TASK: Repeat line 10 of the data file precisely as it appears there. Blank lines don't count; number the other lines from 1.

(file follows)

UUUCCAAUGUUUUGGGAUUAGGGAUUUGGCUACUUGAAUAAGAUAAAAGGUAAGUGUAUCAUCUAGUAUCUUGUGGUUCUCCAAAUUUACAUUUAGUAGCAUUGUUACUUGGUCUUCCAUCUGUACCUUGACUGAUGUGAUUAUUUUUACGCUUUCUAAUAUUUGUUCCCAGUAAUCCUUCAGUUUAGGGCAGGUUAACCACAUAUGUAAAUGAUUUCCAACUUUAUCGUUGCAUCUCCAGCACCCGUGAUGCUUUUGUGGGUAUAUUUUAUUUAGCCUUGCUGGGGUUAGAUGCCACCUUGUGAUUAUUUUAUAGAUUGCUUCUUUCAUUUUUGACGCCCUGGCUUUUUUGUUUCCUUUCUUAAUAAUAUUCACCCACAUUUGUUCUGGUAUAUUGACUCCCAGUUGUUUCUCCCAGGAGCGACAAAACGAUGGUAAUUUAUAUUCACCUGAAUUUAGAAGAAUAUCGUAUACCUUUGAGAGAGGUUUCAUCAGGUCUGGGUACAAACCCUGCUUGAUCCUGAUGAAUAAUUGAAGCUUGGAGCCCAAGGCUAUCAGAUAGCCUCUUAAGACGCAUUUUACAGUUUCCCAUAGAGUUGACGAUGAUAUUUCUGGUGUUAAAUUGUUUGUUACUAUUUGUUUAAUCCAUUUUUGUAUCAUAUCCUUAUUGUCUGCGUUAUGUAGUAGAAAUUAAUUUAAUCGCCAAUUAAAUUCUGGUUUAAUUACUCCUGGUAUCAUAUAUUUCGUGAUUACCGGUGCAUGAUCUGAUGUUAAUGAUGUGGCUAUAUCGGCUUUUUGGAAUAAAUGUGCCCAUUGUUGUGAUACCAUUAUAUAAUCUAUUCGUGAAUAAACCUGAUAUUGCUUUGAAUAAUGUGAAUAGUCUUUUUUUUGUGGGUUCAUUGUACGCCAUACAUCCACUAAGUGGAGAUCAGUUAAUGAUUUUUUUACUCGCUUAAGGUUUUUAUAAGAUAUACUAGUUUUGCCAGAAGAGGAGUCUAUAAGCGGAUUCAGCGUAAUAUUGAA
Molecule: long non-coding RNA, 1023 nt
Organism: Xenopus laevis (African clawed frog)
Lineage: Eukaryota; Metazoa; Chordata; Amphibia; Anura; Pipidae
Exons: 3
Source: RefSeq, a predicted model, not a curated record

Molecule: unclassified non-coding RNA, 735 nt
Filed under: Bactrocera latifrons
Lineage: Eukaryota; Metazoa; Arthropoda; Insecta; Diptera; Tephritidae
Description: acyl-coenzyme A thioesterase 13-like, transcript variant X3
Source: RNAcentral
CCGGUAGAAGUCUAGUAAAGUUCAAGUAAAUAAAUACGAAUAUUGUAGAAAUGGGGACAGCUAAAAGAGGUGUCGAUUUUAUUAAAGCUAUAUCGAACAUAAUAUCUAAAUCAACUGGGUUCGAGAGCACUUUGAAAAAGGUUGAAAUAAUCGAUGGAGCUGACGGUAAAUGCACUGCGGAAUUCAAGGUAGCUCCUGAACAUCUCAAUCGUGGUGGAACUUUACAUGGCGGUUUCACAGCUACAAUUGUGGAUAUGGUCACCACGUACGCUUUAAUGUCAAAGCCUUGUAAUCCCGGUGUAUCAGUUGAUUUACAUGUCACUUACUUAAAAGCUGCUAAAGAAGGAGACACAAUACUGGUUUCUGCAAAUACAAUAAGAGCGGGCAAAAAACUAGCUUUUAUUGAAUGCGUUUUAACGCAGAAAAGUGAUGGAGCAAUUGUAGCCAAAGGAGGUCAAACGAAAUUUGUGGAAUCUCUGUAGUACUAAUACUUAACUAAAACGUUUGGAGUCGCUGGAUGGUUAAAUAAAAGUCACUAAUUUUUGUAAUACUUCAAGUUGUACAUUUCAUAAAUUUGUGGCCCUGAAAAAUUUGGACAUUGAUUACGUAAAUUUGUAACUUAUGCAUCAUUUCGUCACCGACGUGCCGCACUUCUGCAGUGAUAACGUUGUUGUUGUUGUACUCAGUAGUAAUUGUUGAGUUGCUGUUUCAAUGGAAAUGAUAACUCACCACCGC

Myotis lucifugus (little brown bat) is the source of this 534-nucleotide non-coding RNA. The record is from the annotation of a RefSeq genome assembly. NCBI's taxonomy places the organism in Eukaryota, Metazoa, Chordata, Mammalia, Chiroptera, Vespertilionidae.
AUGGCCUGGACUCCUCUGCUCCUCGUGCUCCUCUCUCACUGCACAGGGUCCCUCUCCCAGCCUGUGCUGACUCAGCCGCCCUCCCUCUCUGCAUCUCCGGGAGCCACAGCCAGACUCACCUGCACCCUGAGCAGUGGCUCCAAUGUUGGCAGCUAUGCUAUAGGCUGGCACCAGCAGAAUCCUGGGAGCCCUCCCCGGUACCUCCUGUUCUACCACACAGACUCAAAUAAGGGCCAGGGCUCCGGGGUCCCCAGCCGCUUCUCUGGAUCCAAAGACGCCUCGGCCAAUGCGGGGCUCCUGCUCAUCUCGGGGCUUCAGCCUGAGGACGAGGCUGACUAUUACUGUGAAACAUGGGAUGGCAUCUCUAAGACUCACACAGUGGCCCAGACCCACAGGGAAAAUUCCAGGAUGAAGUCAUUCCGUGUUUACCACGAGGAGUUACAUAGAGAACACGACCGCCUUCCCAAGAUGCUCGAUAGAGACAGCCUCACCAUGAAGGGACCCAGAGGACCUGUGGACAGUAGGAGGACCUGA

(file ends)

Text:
Description: acyl-coenzyme A thioesterase 13-like, transcript variant X3